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Be Prepared to Ask Your Own Interview Questions

Transitioning from a military career to a civilian one can be tough, especially because of the interview process. After all, the military simply told you what job you would have and you didn't have to interview to get it. Once you have entered the "World of Interviews," keep these tips in mind.

You dressed professionally and delivered thoughtful, concise answers to your interviewer's questions. You've conducted yourself like a pro, and the interview is moving more like an engaging conversation than an interrogation. Things are looking good. The interview is winding down, and the last question from your potential boss is, "So, do you have any questions for me?"

The correct answer to this, always, is "Yes," followed by sincere questions that demonstrate you have researched the company and you've been listening to the interviewer. If you don't ask questions – or if you ask bland questions that you could come up with after 5 minutes on an internet search engine – you've told your potential employer that you either are not very interested in the job beyond a pay check or you are not very industrious.

The kinds of questions you ask are important indicators of your self-sufficiency, investigative problem solving, and attention to detail – all of which are big selling points for your abilities as an employee.   Below are some tips to help you show off your key features and close the deal

There's no magic number of questions you should ask or set topics you should ask about. Generally speaking, you want to demonstrate your ability to think independently and intelligently, and you want show that you're the kind of person people want to work with.

Keep salary and benefit queries for the offer negotiation, but ask the kinds of questions you really want to know the answers to. Be cordial and genuinely curious.

Try to go into the interview with three to five questions prepared, based on the interview scenario. For example: If this is the first interview, it is appropriate to ask questions about the company, goals, organization and vision. If it's your second or third interview, asking those kinds of questions probably tells the hiring manager that you didn't pay attention at your first interview, and you're not interested enough to research on  your own. By the second interview and beyond, you should know the basics and ask more probing questions.  

TIP: During your interview, it's acceptable to jot down things you want to ask questions about at the end of the session. This may feel awkward, but as long as you're not obnoxious or intrusive about it, it will serve two purposes. First, it demonstrates your engagement and curiosity. Second, it helps you ask relevant, timely questions.

If you're in an all-day session of interviews with different people or groups, be sure to ask questions that are appropriate to their role within the organization. If you aren't clear on their areas of responsibility, ask. Think of yourself as a field researcher and gather as much information as you can.

Cite your sources. For example: "An article on the website noted that members of your company presented a white paper at XYZ association conference. Is this an association that your employees are encouraged to join? Are there any others? Are there particular conferences that the company has a regular presence at?"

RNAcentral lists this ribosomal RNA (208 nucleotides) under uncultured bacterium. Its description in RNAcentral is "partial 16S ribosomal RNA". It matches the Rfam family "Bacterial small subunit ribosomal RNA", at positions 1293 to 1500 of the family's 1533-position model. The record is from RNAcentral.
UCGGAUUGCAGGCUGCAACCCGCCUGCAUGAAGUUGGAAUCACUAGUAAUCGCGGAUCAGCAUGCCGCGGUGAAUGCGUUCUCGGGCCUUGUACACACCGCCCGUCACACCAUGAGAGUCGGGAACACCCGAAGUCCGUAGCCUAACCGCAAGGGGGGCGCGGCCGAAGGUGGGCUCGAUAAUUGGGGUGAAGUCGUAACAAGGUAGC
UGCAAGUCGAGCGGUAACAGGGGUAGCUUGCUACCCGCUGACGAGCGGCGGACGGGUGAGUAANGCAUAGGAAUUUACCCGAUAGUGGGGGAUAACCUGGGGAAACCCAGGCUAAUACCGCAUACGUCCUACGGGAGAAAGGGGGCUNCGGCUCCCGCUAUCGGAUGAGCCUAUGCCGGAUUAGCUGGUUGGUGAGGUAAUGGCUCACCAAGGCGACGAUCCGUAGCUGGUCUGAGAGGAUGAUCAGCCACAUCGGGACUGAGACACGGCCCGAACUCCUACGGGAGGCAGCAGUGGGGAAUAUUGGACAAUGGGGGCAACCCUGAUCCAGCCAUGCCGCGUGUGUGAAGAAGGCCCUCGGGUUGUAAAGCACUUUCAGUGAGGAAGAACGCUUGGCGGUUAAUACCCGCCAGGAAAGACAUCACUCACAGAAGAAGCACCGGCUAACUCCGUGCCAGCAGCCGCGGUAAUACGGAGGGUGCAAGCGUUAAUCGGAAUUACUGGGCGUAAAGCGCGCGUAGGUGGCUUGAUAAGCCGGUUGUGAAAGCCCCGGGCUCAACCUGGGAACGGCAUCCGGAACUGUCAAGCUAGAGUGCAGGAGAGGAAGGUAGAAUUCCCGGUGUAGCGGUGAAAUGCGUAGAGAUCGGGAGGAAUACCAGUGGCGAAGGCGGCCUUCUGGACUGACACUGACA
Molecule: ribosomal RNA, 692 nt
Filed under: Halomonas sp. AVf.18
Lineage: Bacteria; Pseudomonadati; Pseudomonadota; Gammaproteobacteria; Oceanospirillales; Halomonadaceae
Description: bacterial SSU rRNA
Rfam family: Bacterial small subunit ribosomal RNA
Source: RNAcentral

Know the lingo, or at least be familiar with it, and don't pretend to know something you don't. There's a certain amount of "tribal knowledge" that comes from being part of an industry for a period of time. The acronyms used in the military are not the same alphabet soup that is thrown around in telecom, or higher education, or manufacturing. Various not-for-profit organizations refer to themselves as either agencies or organizations but not companies; and vice versa. You will appear more prepared if you use appropriate terminology as used by the specific organization, but if you haven't been in the industry before, err on the side of caution.

If some of your questions were answered during the course of the interview, tell them what questions you had, and recap what you learned. Thank them for the information and ask for any clarification if you need it. Don't end the session with a glib "You've answered all my questions already," because that sends a message to the interviewer that you are not interested in learning anything new.  

Do not waste the employer's time with questions that are clearly answered on the company web site or literature they have already provided. This unveils that you were not prepared for the interview. There are plenty of good lists of questions on the internet to help you get started, and you should also keep in mind:

  • Your questions should go beyond routine detail. Focus on expectations, priorities, strategy, immediate and long term needs. 
  • Always conduct background research to understand as much as possible first.
  • Avoid interrupting the interviewer. However, if the interview is not flowing smoothly, asking a thoughtful, appropriate question can help get it back on track.
  • Keep the flow of information going by asking open-ended questions 
  • Make sure your questions are relevant to the job and organization and do not appear to be challenging or combative. This will create discomfort and have an adverse impact on building good rapport.

Asking well-researched questions during your interview makes a lasting positive impression. A little preparation, combined with active listening, can help you position yourself as an interested, resourceful, capable candidate.  

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